"I teach Sunday school, remember? Don't you think I can say 'no'? I don't even wear tank tops."
"We better go to Linens 'n Things and straighten this out."
"'We' doesn't mean you and me anymore. I'm going to cleave unto a man, remember? Jordan and I'll go to Linens 'n Things together. We're going to wring a few necks. You don't have anything if you don't have a good reputation."
- - -
Outside the machine shop, Meredith was waiting inside her yellow Saturn when Jordan rapped on the window and let himself into the passenger side. She allowed him a peck on her cheek. No deep kisses, no caresses until the wedding night. The experience with Billy Brophy had been warning enough.
"Dinner at Omega Burger? Chilidog, onion rings...the works? I just put in eight hours of pure overtime. I feel rich."
"You're not helping me lose weight," she said. "I told Mom to make the wedding dress a size smaller to give me incentive."
"I told you not to worry about a few extra pounds." Jordan was thin himself.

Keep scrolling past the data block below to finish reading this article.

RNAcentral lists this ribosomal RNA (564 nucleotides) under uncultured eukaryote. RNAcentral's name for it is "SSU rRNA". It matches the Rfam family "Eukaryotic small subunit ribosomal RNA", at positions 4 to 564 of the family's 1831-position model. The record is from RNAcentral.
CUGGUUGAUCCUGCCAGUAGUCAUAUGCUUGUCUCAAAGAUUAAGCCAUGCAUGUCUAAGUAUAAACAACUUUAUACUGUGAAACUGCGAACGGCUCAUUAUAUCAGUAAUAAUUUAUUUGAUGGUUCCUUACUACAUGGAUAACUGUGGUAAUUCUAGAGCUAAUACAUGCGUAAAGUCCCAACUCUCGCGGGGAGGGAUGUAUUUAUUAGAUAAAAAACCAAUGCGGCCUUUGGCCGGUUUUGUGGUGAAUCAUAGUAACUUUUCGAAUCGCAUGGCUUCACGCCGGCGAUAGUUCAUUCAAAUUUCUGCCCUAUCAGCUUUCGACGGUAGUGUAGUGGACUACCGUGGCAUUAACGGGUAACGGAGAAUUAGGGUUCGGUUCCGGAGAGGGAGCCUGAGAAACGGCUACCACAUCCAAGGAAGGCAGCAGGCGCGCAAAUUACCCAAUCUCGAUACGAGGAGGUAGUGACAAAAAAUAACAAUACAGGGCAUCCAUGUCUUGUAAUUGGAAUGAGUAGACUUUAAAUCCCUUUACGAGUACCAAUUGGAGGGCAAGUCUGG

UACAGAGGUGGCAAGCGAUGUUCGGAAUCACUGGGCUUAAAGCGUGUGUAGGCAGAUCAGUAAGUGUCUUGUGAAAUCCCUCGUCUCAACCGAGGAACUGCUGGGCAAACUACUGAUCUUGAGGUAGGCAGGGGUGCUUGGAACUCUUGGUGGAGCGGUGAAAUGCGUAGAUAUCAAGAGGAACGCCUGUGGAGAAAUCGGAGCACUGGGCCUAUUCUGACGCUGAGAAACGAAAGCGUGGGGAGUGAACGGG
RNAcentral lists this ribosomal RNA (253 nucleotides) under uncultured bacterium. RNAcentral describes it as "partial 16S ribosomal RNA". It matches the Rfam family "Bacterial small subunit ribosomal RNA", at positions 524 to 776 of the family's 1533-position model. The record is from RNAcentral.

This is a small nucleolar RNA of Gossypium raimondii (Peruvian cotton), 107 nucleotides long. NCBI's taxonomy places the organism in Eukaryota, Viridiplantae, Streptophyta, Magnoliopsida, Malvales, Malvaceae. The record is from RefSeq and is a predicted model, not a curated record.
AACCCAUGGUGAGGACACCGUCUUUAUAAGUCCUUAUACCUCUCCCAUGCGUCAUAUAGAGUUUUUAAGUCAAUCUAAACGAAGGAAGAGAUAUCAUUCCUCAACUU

"We've got a problem. Mom came by..."
"She's just like every mother when her daughter's getting married. My mom's getting antsy about the whole thing herself, me being her only son."
"There's been a major mix-up at Linens 'n Things." She had yet to turn the key in the ignition. "I'm so mad I can hardly see straight."
"What happened, honey?"
"Our bridal registry...I don't know if the sales clerk looked at my stomach and assumed I was pregnant or what, but somehow baby things were put on our list."
"I never trust computers," he said. "Scan the bar code of a bed spread...type in the quantity on the keypad...there's bound to be screw-ups. Why can't they give you a pencil and paper?"
"Don't you get it, Jordan?"